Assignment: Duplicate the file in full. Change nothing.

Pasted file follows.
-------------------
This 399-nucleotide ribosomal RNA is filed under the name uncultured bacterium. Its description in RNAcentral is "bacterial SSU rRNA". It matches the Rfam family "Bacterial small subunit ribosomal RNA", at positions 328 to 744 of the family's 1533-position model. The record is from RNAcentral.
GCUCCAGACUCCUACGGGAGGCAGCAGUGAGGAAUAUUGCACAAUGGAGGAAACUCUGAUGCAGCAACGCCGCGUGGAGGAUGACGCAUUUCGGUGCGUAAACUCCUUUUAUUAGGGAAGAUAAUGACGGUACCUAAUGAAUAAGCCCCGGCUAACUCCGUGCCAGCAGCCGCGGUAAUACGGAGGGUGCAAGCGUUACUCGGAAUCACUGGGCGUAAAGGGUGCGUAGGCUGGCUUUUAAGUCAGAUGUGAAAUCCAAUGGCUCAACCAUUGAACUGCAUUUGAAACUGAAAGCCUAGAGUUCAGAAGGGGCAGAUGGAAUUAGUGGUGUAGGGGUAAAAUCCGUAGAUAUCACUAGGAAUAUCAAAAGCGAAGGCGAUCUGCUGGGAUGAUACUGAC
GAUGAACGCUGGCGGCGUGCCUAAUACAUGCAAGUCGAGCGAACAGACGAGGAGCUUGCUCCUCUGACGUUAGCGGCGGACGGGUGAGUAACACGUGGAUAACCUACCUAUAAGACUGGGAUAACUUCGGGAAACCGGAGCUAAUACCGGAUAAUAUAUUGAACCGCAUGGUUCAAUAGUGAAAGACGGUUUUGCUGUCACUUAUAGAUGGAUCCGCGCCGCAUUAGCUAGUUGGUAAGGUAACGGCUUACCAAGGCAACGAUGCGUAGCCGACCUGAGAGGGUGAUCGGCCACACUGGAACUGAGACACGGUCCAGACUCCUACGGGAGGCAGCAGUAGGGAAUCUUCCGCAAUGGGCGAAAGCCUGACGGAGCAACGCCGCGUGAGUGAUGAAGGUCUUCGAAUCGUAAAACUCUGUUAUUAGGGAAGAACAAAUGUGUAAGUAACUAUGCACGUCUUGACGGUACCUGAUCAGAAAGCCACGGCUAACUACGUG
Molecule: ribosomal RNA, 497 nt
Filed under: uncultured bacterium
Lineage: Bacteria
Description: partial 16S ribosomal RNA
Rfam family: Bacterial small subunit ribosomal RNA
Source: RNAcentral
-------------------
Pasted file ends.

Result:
This 399-nucleotide ribosomal RNA is filed under the name uncultured bacterium. Its description in RNAcentral is "bacterial SSU rRNA". It matches the Rfam family "Bacterial small subunit ribosomal RNA", at positions 328 to 744 of the family's 1533-position model. The record is from RNAcentral.
GCUCCAGACUCCUACGGGAGGCAGCAGUGAGGAAUAUUGCACAAUGGAGGAAACUCUGAUGCAGCAACGCCGCGUGGAGGAUGACGCAUUUCGGUGCGUAAACUCCUUUUAUUAGGGAAGAUAAUGACGGUACCUAAUGAAUAAGCCCCGGCUAACUCCGUGCCAGCAGCCGCGGUAAUACGGAGGGUGCAAGCGUUACUCGGAAUCACUGGGCGUAAAGGGUGCGUAGGCUGGCUUUUAAGUCAGAUGUGAAAUCCAAUGGCUCAACCAUUGAACUGCAUUUGAAACUGAAAGCCUAGAGUUCAGAAGGGGCAGAUGGAAUUAGUGGUGUAGGGGUAAAAUCCGUAGAUAUCACUAGGAAUAUCAAAAGCGAAGGCGAUCUGCUGGGAUGAUACUGAC
GAUGAACGCUGGCGGCGUGCCUAAUACAUGCAAGUCGAGCGAACAGACGAGGAGCUUGCUCCUCUGACGUUAGCGGCGGACGGGUGAGUAACACGUGGAUAACCUACCUAUAAGACUGGGAUAACUUCGGGAAACCGGAGCUAAUACCGGAUAAUAUAUUGAACCGCAUGGUUCAAUAGUGAAAGACGGUUUUGCUGUCACUUAUAGAUGGAUCCGCGCCGCAUUAGCUAGUUGGUAAGGUAACGGCUUACCAAGGCAACGAUGCGUAGCCGACCUGAGAGGGUGAUCGGCCACACUGGAACUGAGACACGGUCCAGACUCCUACGGGAGGCAGCAGUAGGGAAUCUUCCGCAAUGGGCGAAAGCCUGACGGAGCAACGCCGCGUGAGUGAUGAAGGUCUUCGAAUCGUAAAACUCUGUUAUUAGGGAAGAACAAAUGUGUAAGUAACUAUGCACGUCUUGACGGUACCUGAUCAGAAAGCCACGGCUAACUACGUG
Molecule: ribosomal RNA, 497 nt
Filed under: uncultured bacterium
Lineage: Bacteria
Description: partial 16S ribosomal RNA
Rfam family: Bacterial small subunit ribosomal RNA
Source: RNAcentral